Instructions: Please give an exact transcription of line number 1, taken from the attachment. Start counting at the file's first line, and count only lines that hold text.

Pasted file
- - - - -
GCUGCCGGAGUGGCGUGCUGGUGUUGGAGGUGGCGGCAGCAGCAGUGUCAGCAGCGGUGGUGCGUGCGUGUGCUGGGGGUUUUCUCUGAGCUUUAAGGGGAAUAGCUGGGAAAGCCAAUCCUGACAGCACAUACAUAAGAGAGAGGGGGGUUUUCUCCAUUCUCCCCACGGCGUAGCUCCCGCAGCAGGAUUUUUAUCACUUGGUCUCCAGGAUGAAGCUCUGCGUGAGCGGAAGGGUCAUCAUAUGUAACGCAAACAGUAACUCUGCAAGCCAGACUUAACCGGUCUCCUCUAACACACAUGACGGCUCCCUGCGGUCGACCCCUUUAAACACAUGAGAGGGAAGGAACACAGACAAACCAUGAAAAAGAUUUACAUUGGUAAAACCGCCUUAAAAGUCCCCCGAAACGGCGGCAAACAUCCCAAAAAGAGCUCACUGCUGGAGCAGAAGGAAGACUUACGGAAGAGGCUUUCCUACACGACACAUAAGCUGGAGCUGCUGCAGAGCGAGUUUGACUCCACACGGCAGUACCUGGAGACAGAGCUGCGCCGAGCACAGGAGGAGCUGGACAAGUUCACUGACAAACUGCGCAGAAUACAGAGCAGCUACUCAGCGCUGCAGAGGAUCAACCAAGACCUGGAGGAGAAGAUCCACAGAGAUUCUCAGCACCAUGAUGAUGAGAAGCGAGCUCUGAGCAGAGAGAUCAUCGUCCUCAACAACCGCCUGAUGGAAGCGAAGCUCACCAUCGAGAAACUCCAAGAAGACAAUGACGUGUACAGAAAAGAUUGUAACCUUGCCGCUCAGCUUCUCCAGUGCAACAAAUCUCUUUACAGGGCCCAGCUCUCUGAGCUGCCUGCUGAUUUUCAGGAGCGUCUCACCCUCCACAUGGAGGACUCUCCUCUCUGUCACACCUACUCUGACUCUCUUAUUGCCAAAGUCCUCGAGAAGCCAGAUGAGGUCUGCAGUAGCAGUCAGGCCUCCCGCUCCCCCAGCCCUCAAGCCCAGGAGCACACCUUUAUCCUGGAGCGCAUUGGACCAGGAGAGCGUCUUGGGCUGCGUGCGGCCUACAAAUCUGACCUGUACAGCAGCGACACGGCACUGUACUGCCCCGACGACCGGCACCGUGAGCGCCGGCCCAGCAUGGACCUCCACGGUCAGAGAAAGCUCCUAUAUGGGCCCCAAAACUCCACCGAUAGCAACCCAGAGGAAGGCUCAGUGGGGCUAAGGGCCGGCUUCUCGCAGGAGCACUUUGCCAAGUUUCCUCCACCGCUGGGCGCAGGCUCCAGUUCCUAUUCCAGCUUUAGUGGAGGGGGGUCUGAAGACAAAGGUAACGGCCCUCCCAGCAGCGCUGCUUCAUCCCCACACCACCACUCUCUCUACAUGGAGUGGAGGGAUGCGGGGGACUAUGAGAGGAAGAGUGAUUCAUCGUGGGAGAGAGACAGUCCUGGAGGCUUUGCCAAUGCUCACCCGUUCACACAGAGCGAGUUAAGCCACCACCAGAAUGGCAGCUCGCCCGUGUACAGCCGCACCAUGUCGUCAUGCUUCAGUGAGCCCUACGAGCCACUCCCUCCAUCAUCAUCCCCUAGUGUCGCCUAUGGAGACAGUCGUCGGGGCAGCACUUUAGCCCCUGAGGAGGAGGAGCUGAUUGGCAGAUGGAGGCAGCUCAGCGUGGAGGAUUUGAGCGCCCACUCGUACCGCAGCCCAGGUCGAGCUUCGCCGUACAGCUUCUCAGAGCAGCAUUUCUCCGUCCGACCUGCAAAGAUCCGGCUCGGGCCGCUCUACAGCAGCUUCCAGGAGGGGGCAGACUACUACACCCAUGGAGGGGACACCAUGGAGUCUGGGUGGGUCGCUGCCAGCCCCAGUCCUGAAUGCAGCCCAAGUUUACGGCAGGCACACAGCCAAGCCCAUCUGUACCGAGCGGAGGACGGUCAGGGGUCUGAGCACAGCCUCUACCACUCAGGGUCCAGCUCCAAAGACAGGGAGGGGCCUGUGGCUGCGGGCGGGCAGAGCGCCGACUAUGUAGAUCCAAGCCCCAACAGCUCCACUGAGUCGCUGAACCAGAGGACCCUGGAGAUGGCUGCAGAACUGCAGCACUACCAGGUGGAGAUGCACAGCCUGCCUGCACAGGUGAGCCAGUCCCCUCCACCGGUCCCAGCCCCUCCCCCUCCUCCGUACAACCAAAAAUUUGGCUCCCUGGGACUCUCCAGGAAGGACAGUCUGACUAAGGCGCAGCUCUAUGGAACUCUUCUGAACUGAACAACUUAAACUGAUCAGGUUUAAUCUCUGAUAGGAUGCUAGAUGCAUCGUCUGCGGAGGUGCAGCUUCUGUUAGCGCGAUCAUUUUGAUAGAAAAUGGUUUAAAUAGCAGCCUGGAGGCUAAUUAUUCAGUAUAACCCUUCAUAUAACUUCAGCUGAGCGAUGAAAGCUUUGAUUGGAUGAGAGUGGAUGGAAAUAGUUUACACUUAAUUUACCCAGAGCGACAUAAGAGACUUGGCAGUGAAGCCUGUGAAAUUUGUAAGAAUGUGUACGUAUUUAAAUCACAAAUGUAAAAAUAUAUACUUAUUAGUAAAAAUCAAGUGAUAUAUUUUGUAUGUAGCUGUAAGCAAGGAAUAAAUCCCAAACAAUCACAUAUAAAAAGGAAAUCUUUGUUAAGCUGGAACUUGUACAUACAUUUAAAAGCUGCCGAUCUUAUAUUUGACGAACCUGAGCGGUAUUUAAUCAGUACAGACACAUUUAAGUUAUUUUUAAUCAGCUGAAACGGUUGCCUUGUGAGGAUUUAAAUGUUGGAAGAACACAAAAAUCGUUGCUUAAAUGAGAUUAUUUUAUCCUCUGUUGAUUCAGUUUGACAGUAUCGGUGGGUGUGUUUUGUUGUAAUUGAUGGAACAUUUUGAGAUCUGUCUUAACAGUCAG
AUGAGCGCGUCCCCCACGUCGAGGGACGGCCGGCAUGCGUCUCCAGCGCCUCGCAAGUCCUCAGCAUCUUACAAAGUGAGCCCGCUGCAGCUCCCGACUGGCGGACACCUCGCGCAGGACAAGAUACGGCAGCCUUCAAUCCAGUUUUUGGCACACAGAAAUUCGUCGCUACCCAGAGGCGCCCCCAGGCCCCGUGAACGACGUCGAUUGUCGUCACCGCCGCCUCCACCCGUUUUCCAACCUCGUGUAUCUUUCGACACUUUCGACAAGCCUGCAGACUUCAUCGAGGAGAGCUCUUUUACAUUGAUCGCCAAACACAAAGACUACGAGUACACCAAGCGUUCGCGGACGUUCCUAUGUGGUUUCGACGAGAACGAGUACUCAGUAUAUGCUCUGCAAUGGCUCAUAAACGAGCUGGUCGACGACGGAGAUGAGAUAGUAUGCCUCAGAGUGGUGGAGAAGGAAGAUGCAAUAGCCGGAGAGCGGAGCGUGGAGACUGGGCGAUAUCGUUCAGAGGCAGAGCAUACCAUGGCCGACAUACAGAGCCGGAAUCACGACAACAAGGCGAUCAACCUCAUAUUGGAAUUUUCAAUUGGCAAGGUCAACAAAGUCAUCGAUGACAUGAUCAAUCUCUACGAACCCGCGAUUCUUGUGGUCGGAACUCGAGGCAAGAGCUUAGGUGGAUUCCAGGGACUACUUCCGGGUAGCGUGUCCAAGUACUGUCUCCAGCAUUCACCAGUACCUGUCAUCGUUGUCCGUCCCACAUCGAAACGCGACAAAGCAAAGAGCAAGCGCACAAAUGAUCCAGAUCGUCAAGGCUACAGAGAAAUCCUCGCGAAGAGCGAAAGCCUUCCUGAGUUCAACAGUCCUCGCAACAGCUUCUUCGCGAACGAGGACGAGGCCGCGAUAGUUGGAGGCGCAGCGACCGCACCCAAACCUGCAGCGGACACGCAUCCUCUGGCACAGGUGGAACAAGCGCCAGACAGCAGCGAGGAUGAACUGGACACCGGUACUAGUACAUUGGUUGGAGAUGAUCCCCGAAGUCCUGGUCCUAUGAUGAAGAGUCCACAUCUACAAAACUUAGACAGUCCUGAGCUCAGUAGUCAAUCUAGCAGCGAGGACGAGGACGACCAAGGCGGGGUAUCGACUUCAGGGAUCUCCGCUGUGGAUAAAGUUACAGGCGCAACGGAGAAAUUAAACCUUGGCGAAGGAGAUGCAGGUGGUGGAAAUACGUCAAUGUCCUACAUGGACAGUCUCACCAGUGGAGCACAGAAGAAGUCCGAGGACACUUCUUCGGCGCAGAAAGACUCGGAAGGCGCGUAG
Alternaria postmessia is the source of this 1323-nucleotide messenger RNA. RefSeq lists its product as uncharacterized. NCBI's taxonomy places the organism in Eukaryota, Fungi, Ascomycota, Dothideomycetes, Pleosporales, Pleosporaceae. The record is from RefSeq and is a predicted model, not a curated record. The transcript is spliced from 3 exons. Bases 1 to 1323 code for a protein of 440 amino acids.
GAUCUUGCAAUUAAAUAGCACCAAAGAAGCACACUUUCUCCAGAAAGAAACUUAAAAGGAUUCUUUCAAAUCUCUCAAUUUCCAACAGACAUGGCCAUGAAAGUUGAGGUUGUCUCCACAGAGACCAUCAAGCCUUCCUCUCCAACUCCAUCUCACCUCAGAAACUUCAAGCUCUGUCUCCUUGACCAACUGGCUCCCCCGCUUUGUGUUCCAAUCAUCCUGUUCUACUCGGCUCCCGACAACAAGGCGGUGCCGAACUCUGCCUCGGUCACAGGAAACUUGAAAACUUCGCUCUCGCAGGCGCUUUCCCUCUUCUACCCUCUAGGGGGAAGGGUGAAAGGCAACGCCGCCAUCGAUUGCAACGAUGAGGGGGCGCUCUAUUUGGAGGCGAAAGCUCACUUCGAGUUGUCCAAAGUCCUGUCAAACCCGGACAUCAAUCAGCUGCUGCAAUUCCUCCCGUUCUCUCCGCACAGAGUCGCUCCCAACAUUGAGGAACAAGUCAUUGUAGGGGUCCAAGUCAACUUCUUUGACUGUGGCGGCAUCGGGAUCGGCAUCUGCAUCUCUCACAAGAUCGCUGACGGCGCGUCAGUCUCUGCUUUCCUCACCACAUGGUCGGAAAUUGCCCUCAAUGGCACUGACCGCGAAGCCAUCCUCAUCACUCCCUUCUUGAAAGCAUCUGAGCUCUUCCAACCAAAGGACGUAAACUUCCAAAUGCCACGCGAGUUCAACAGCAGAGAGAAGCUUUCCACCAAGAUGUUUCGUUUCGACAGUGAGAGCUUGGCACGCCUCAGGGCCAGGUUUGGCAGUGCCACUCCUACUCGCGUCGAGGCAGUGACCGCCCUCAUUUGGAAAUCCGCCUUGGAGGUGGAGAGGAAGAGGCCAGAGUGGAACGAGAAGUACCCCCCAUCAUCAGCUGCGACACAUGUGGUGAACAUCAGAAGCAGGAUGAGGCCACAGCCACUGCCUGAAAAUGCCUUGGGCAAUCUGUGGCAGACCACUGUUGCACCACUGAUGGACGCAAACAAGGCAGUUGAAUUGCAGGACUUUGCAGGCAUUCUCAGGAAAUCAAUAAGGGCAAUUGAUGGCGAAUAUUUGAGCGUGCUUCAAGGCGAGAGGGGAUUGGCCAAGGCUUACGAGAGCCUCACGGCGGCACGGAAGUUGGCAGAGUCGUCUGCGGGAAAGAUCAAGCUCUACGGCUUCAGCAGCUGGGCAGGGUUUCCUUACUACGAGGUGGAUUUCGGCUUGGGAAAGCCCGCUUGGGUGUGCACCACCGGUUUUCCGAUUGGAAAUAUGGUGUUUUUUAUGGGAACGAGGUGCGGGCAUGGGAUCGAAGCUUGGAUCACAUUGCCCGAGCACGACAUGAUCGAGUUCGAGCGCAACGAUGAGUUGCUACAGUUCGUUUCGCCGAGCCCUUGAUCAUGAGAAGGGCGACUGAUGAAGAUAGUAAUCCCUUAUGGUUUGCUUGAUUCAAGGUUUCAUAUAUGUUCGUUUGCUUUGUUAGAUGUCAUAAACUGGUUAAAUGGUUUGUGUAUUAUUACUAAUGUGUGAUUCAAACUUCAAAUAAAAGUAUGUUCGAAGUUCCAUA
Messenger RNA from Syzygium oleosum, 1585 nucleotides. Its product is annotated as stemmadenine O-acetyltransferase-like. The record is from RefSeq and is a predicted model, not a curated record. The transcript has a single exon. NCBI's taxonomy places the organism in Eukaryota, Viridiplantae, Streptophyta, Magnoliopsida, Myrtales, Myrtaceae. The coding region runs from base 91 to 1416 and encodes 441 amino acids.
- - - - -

GCUGCCGGAGUGGCGUGCUGGUGUUGGAGGUGGCGGCAGCAGCAGUGUCAGCAGCGGUGGUGCGUGCGUGUGCUGGGGGUUUUCUCUGAGCUUUAAGGGGAAUAGCUGGGAAAGCCAAUCCUGACAGCACAUACAUAAGAGAGAGGGGGGUUUUCUCCAUUCUCCCCACGGCGUAGCUCCCGCAGCAGGAUUUUUAUCACUUGGUCUCCAGGAUGAAGCUCUGCGUGAGCGGAAGGGUCAUCAUAUGUAACGCAAACAGUAACUCUGCAAGCCAGACUUAACCGGUCUCCUCUAACACACAUGACGGCUCCCUGCGGUCGACCCCUUUAAACACAUGAGAGGGAAGGAACACAGACAAACCAUGAAAAAGAUUUACAUUGGUAAAACCGCCUUAAAAGUCCCCCGAAACGGCGGCAAACAUCCCAAAAAGAGCUCACUGCUGGAGCAGAAGGAAGACUUACGGAAGAGGCUUUCCUACACGACACAUAAGCUGGAGCUGCUGCAGAGCGAGUUUGACUCCACACGGCAGUACCUGGAGACAGAGCUGCGCCGAGCACAGGAGGAGCUGGACAAGUUCACUGACAAACUGCGCAGAAUACAGAGCAGCUACUCAGCGCUGCAGAGGAUCAACCAAGACCUGGAGGAGAAGAUCCACAGAGAUUCUCAGCACCAUGAUGAUGAGAAGCGAGCUCUGAGCAGAGAGAUCAUCGUCCUCAACAACCGCCUGAUGGAAGCGAAGCUCACCAUCGAGAAACUCCAAGAAGACAAUGACGUGUACAGAAAAGAUUGUAACCUUGCCGCUCAGCUUCUCCAGUGCAACAAAUCUCUUUACAGGGCCCAGCUCUCUGAGCUGCCUGCUGAUUUUCAGGAGCGUCUCACCCUCCACAUGGAGGACUCUCCUCUCUGUCACACCUACUCUGACUCUCUUAUUGCCAAAGUCCUCGAGAAGCCAGAUGAGGUCUGCAGUAGCAGUCAGGCCUCCCGCUCCCCCAGCCCUCAAGCCCAGGAGCACACCUUUAUCCUGGAGCGCAUUGGACCAGGAGAGCGUCUUGGGCUGCGUGCGGCCUACAAAUCUGACCUGUACAGCAGCGACACGGCACUGUACUGCCCCGACGACCGGCACCGUGAGCGCCGGCCCAGCAUGGACCUCCACGGUCAGAGAAAGCUCCUAUAUGGGCCCCAAAACUCCACCGAUAGCAACCCAGAGGAAGGCUCAGUGGGGCUAAGGGCCGGCUUCUCGCAGGAGCACUUUGCCAAGUUUCCUCCACCGCUGGGCGCAGGCUCCAGUUCCUAUUCCAGCUUUAGUGGAGGGGGGUCUGAAGACAAAGGUAACGGCCCUCCCAGCAGCGCUGCUUCAUCCCCACACCACCACUCUCUCUACAUGGAGUGGAGGGAUGCGGGGGACUAUGAGAGGAAGAGUGAUUCAUCGUGGGAGAGAGACAGUCCUGGAGGCUUUGCCAAUGCUCACCCGUUCACACAGAGCGAGUUAAGCCACCACCAGAAUGGCAGCUCGCCCGUGUACAGCCGCACCAUGUCGUCAUGCUUCAGUGAGCCCUACGAGCCACUCCCUCCAUCAUCAUCCCCUAGUGUCGCCUAUGGAGACAGUCGUCGGGGCAGCACUUUAGCCCCUGAGGAGGAGGAGCUGAUUGGCAGAUGGAGGCAGCUCAGCGUGGAGGAUUUGAGCGCCCACUCGUACCGCAGCCCAGGUCGAGCUUCGCCGUACAGCUUCUCAGAGCAGCAUUUCUCCGUCCGACCUGCAAAGAUCCGGCUCGGGCCGCUCUACAGCAGCUUCCAGGAGGGGGCAGACUACUACACCCAUGGAGGGGACACCAUGGAGUCUGGGUGGGUCGCUGCCAGCCCCAGUCCUGAAUGCAGCCCAAGUUUACGGCAGGCACACAGCCAAGCCCAUCUGUACCGAGCGGAGGACGGUCAGGGGUCUGAGCACAGCCUCUACCACUCAGGGUCCAGCUCCAAAGACAGGGAGGGGCCUGUGGCUGCGGGCGGGCAGAGCGCCGACUAUGUAGAUCCAAGCCCCAACAGCUCCACUGAGUCGCUGAACCAGAGGACCCUGGAGAUGGCUGCAGAACUGCAGCACUACCAGGUGGAGAUGCACAGCCUGCCUGCACAGGUGAGCCAGUCCCCUCCACCGGUCCCAGCCCCUCCCCCUCCUCCGUACAACCAAAAAUUUGGCUCCCUGGGACUCUCCAGGAAGGACAGUCUGACUAAGGCGCAGCUCUAUGGAACUCUUCUGAACUGAACAACUUAAACUGAUCAGGUUUAAUCUCUGAUAGGAUGCUAGAUGCAUCGUCUGCGGAGGUGCAGCUUCUGUUAGCGCGAUCAUUUUGAUAGAAAAUGGUUUAAAUAGCAGCCUGGAGGCUAAUUAUUCAGUAUAACCCUUCAUAUAACUUCAGCUGAGCGAUGAAAGCUUUGAUUGGAUGAGAGUGGAUGGAAAUAGUUUACACUUAAUUUACCCAGAGCGACAUAAGAGACUUGGCAGUGAAGCCUGUGAAAUUUGUAAGAAUGUGUACGUAUUUAAAUCACAAAUGUAAAAAUAUAUACUUAUUAGUAAAAAUCAAGUGAUAUAUUUUGUAUGUAGCUGUAAGCAAGGAAUAAAUCCCAAACAAUCACAUAUAAAAAGGAAAUCUUUGUUAAGCUGGAACUUGUACAUACAUUUAAAAGCUGCCGAUCUUAUAUUUGACGAACCUGAGCGGUAUUUAAUCAGUACAGACACAUUUAAGUUAUUUUUAAUCAGCUGAAACGGUUGCCUUGUGAGGAUUUAAAUGUUGGAAGAACACAAAAAUCGUUGCUUAAAUGAGAUUAUUUUAUCCUCUGUUGAUUCAGUUUGACAGUAUCGGUGGGUGUGUUUUGUUGUAAUUGAUGGAACAUUUUGAGAUCUGUCUUAACAGUCAG